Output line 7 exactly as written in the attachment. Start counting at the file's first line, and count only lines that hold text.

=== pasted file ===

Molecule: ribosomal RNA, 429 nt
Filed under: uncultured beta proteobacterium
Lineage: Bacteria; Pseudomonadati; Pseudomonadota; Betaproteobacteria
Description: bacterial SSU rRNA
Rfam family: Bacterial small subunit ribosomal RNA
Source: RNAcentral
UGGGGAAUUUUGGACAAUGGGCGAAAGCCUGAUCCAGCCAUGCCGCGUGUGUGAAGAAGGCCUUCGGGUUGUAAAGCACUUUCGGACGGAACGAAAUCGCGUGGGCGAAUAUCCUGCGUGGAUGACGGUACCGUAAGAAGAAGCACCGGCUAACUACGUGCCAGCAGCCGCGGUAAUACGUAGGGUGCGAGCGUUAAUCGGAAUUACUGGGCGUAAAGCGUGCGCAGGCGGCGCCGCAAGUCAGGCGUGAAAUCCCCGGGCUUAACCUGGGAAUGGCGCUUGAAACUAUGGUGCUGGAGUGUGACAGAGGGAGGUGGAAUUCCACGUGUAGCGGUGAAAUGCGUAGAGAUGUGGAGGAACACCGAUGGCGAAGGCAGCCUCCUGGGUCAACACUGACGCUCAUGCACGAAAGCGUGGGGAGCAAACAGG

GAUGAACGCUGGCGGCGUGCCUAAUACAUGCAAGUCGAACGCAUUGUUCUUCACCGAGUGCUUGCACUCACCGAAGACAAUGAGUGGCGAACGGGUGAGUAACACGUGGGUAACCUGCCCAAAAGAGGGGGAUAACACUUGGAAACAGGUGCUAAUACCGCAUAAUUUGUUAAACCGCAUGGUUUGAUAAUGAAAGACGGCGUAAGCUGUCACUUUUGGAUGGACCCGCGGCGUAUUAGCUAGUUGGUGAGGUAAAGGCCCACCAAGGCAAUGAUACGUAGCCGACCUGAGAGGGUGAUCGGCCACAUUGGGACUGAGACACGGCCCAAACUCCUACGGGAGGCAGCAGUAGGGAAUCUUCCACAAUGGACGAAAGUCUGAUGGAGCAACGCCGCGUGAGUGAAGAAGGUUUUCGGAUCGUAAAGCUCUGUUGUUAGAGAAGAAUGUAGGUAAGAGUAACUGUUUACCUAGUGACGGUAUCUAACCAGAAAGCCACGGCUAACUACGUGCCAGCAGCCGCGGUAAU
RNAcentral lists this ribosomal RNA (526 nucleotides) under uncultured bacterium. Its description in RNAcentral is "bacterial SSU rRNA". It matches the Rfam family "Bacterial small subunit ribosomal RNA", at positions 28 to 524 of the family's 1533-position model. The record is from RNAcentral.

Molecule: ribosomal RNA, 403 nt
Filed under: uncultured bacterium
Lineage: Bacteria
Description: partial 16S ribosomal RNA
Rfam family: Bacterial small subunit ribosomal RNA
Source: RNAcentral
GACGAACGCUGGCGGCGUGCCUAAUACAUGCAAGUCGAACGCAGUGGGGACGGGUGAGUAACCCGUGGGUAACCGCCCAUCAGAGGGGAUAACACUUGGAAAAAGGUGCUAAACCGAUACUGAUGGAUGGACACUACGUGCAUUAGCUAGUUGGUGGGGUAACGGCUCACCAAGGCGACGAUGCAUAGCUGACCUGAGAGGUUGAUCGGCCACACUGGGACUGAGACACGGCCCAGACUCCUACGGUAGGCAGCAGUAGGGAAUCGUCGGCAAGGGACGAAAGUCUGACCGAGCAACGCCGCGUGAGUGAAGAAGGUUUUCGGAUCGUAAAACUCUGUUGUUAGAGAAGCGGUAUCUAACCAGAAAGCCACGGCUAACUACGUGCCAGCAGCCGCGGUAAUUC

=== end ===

UGGGGAAUUUUGGACAAUGGGCGAAAGCCUGAUCCAGCCAUGCCGCGUGUGUGAAGAAGGCCUUCGGGUUGUAAAGCACUUUCGGACGGAACGAAAUCGCGUGGGCGAAUAUCCUGCGUGGAUGACGGUACCGUAAGAAGAAGCACCGGCUAACUACGUGCCAGCAGCCGCGGUAAUACGUAGGGUGCGAGCGUUAAUCGGAAUUACUGGGCGUAAAGCGUGCGCAGGCGGCGCCGCAAGUCAGGCGUGAAAUCCCCGGGCUUAACCUGGGAAUGGCGCUUGAAACUAUGGUGCUGGAGUGUGACAGAGGGAGGUGGAAUUCCACGUGUAGCGGUGAAAUGCGUAGAGAUGUGGAGGAACACCGAUGGCGAAGGCAGCCUCCUGGGUCAACACUGACGCUCAUGCACGAAAGCGUGGGGAGCAAACAGG